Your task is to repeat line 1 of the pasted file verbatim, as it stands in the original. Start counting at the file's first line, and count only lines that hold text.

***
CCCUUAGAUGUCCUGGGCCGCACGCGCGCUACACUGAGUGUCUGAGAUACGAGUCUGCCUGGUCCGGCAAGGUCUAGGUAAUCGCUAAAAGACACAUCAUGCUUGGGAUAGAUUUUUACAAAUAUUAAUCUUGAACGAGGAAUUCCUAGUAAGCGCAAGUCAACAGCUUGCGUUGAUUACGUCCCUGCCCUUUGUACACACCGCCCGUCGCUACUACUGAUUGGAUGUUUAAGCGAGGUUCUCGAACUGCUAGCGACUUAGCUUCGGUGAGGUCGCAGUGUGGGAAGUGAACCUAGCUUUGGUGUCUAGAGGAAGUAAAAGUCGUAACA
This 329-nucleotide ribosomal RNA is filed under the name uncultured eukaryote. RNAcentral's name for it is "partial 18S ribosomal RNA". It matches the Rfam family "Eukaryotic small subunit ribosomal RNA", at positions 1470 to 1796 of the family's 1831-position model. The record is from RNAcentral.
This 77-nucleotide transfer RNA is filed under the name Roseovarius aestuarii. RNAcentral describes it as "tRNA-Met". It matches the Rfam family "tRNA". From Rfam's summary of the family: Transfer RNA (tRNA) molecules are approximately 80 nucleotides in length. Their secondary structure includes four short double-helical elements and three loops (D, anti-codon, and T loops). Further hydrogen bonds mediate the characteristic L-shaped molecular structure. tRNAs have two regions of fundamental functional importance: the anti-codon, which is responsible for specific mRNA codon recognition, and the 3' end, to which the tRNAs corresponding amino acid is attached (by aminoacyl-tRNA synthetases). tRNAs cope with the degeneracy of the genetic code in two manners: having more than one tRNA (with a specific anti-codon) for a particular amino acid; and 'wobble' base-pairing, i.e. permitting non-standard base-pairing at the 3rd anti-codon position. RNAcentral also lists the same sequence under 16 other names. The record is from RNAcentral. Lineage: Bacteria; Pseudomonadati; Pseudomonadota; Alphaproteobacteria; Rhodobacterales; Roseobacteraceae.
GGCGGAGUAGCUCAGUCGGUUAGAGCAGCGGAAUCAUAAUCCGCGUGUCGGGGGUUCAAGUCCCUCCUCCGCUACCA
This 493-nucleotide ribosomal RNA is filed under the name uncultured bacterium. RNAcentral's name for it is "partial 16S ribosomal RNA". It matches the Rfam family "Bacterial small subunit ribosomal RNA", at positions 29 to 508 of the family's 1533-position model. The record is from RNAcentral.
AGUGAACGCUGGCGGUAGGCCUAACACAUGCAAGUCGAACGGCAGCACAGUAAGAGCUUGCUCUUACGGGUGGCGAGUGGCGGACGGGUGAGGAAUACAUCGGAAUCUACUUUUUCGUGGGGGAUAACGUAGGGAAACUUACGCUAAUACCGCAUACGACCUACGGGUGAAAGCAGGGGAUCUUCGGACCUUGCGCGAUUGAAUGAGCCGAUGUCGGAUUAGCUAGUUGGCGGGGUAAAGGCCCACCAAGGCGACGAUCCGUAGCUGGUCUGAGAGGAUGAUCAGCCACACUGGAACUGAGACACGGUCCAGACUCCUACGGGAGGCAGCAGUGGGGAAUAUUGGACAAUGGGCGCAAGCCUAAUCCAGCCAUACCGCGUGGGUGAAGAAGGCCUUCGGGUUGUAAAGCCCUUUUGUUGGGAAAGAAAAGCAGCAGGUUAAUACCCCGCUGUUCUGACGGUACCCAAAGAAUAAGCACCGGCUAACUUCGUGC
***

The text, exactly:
CCCUUAGAUGUCCUGGGCCGCACGCGCGCUACACUGAGUGUCUGAGAUACGAGUCUGCCUGGUCCGGCAAGGUCUAGGUAAUCGCUAAAAGACACAUCAUGCUUGGGAUAGAUUUUUACAAAUAUUAAUCUUGAACGAGGAAUUCCUAGUAAGCGCAAGUCAACAGCUUGCGUUGAUUACGUCCCUGCCCUUUGUACACACCGCCCGUCGCUACUACUGAUUGGAUGUUUAAGCGAGGUUCUCGAACUGCUAGCGACUUAGCUUCGGUGAGGUCGCAGUGUGGGAAGUGAACCUAGCUUUGGUGUCUAGAGGAAGUAAAAGUCGUAACA